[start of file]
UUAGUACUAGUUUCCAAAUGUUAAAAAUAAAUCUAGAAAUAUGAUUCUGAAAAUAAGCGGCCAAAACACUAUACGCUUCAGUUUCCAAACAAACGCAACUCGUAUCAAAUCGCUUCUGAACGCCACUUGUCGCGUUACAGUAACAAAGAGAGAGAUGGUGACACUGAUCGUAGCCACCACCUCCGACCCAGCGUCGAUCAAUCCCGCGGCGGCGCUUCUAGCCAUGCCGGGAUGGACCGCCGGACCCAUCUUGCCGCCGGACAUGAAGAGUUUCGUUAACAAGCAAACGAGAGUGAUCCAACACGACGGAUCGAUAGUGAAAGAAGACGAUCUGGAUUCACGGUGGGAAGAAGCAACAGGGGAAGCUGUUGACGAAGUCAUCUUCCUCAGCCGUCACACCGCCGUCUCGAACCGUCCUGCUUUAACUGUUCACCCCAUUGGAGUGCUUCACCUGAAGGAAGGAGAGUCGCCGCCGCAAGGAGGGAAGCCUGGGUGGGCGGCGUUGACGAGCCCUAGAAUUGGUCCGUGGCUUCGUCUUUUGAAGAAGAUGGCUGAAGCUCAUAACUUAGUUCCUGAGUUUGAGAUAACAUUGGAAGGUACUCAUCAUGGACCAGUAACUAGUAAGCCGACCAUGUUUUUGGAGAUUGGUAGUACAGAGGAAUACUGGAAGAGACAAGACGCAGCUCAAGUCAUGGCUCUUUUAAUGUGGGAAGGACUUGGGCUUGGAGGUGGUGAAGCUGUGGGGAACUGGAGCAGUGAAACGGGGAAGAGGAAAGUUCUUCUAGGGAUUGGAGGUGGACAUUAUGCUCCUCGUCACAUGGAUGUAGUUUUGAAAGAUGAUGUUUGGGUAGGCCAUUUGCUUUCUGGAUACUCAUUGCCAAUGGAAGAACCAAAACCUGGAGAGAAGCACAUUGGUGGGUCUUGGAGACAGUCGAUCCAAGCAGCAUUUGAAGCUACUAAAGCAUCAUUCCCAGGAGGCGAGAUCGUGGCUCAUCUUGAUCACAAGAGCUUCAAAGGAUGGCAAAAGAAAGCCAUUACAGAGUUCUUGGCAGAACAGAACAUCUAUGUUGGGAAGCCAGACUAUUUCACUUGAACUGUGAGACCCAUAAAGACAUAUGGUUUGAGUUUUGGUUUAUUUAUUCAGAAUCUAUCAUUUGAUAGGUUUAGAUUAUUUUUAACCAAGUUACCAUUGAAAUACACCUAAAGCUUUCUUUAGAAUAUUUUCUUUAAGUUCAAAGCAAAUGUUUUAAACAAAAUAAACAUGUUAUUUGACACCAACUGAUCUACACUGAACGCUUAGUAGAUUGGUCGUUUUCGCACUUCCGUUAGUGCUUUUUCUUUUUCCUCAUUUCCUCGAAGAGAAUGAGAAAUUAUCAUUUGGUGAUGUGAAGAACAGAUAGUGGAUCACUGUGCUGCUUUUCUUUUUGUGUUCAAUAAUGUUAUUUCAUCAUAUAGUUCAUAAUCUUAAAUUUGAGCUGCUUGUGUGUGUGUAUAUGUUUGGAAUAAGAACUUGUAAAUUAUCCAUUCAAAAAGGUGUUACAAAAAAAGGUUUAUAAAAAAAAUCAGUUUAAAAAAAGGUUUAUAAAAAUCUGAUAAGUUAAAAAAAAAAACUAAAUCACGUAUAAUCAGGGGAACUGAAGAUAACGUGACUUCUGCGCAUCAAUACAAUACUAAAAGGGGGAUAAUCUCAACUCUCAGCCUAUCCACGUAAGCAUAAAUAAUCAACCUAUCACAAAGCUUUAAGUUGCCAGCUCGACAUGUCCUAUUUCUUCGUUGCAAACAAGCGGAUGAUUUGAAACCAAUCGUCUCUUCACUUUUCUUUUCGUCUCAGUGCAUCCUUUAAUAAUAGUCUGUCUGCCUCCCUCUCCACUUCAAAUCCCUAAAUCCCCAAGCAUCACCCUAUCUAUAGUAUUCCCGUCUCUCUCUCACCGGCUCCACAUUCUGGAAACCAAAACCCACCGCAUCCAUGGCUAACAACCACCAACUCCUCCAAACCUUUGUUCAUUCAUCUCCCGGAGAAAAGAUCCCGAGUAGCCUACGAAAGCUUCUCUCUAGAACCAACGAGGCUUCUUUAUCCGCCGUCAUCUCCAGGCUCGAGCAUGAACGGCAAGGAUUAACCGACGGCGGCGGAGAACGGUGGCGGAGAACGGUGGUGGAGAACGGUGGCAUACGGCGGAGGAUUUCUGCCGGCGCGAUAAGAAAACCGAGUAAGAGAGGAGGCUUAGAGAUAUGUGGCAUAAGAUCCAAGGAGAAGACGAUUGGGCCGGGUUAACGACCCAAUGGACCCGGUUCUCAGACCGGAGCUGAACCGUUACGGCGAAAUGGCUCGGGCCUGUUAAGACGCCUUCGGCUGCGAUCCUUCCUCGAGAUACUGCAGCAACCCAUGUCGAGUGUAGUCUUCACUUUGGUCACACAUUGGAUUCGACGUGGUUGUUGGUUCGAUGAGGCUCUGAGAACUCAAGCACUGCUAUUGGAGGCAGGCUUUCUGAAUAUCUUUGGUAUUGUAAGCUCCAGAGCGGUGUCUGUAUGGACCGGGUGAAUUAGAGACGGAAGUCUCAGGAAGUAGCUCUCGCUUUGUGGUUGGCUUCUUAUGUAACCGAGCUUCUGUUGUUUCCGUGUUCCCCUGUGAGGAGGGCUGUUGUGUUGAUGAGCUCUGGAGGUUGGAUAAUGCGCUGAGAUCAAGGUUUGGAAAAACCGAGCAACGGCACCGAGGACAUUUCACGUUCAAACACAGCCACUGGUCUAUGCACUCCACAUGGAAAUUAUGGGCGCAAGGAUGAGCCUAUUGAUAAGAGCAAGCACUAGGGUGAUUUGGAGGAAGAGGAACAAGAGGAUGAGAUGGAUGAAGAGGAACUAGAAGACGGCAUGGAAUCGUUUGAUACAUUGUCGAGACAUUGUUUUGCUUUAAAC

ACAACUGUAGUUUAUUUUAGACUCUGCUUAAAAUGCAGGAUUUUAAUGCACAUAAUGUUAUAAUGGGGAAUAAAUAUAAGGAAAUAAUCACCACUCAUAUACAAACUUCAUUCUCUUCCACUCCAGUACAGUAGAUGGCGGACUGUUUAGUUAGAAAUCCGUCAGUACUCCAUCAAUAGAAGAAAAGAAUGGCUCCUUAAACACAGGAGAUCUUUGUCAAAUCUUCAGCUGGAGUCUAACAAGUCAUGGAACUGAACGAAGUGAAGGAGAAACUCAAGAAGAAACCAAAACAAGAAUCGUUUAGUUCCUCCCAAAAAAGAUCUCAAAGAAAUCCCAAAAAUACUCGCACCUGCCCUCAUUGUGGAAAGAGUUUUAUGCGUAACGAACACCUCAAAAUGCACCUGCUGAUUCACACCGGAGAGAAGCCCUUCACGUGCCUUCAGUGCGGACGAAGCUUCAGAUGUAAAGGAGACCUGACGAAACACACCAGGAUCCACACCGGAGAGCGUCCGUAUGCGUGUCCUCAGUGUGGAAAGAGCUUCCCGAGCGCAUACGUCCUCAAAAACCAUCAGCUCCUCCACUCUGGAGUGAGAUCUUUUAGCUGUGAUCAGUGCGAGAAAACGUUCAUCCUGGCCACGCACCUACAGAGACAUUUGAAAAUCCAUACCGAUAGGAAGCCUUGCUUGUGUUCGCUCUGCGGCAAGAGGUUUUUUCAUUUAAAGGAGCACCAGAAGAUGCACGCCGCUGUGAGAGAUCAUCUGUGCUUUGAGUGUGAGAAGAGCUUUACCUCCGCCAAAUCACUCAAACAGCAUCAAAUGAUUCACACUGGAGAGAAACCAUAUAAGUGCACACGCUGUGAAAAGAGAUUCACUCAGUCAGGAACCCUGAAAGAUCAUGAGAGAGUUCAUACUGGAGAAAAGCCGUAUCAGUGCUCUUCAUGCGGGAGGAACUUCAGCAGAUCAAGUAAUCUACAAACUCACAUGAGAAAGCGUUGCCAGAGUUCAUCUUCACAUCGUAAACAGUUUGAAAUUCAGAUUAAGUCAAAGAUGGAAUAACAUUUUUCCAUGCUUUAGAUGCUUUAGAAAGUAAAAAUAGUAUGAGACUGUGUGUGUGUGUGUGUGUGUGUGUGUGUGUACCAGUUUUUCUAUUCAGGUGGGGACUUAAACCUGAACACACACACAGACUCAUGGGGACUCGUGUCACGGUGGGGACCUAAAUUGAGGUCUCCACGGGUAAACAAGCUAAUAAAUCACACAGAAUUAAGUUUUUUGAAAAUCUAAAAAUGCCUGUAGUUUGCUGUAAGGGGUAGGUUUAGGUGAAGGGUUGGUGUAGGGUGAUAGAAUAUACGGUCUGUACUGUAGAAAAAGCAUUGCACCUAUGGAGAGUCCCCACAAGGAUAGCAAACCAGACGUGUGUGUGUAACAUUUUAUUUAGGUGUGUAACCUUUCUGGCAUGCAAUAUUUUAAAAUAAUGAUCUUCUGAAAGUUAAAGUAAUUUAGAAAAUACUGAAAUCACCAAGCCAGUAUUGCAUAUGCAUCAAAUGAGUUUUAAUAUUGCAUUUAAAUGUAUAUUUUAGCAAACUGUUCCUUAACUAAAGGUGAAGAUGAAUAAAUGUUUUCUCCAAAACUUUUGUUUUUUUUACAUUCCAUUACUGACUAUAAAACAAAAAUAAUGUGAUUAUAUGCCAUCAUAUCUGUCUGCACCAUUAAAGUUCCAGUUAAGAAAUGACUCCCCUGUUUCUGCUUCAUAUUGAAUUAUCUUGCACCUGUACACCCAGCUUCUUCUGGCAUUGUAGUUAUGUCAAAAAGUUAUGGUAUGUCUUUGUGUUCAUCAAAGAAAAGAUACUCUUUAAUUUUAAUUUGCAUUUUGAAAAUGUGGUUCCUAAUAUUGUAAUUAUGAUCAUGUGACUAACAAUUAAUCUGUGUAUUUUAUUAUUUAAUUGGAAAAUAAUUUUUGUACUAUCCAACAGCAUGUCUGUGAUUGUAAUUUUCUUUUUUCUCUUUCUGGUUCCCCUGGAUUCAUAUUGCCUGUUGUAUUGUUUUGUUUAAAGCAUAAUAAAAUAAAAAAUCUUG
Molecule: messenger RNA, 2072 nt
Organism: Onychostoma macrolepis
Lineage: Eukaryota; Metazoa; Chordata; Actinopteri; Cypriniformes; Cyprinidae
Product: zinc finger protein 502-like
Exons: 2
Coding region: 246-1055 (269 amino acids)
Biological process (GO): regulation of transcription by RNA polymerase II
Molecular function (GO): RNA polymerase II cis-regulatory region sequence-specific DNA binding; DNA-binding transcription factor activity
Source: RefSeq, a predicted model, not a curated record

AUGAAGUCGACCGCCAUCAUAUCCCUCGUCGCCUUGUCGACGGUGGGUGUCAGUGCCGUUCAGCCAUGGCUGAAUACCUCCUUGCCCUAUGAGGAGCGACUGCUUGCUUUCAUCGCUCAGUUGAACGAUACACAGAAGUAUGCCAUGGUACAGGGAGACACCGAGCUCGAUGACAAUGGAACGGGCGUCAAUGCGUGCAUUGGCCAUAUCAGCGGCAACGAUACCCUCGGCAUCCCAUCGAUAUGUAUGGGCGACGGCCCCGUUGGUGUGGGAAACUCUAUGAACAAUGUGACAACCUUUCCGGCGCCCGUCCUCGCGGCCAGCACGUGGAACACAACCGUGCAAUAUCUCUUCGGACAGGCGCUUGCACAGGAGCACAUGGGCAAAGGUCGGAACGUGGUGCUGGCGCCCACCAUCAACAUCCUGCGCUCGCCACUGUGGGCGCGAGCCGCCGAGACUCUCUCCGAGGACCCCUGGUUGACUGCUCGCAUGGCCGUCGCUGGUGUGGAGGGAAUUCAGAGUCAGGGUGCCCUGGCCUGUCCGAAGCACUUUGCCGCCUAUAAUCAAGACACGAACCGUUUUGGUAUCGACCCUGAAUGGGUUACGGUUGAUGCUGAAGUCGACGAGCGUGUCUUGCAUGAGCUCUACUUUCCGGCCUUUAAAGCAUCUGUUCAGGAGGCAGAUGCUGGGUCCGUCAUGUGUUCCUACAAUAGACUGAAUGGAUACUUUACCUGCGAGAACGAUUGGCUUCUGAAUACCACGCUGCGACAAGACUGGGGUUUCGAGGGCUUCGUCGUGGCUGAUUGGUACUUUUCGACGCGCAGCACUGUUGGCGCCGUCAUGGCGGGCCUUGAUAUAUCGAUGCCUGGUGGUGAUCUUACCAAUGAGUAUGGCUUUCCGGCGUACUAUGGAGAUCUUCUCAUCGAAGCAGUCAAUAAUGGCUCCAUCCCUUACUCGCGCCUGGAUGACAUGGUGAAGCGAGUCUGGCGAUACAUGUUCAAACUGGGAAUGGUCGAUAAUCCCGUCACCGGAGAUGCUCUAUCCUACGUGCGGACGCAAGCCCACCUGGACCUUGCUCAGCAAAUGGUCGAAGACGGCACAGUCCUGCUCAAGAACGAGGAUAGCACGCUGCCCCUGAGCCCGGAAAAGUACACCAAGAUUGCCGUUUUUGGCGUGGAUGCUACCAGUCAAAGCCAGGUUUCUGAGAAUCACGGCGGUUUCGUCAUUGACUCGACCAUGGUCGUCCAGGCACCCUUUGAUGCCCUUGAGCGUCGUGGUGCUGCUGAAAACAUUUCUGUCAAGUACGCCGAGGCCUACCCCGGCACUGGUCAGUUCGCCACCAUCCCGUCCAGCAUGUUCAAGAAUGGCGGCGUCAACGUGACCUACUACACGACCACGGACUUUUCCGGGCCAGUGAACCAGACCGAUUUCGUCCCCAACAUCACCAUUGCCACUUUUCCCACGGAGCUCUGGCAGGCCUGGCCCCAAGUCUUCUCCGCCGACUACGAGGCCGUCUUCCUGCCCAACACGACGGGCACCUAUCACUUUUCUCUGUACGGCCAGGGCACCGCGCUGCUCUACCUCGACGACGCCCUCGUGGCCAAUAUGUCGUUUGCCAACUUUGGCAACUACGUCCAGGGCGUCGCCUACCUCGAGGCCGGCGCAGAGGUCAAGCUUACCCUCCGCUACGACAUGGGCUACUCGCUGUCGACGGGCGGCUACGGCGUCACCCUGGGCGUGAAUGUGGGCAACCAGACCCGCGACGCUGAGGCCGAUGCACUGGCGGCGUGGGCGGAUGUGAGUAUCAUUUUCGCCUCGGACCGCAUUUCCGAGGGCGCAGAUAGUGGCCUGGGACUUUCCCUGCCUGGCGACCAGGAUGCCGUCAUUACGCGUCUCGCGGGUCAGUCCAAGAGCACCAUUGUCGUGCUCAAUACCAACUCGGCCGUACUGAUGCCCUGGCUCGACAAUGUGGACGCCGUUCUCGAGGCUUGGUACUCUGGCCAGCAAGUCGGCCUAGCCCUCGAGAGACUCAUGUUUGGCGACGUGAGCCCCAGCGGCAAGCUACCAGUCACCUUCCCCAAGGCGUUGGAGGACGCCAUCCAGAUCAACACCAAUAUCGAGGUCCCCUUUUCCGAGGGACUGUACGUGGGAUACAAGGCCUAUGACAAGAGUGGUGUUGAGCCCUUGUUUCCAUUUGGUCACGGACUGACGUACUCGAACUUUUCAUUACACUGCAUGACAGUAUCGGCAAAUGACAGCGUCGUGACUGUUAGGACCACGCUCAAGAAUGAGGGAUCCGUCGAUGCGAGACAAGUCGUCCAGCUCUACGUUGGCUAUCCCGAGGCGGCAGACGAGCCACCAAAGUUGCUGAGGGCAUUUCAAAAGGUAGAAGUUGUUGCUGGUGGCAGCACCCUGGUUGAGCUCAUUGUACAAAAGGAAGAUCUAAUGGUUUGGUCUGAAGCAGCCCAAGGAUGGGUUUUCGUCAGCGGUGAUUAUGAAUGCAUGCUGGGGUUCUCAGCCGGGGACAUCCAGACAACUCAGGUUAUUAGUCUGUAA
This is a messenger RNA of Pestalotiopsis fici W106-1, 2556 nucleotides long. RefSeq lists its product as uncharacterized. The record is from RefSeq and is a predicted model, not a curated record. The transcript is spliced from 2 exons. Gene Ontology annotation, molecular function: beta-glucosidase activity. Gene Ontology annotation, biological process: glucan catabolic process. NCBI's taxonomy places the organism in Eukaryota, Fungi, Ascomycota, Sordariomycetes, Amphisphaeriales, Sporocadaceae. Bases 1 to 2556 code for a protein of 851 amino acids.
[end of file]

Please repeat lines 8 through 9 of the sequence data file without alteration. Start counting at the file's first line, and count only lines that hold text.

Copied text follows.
Coding region: 246-1055 (269 amino acids)
Biological process (GO): regulation of transcription by RNA polymerase II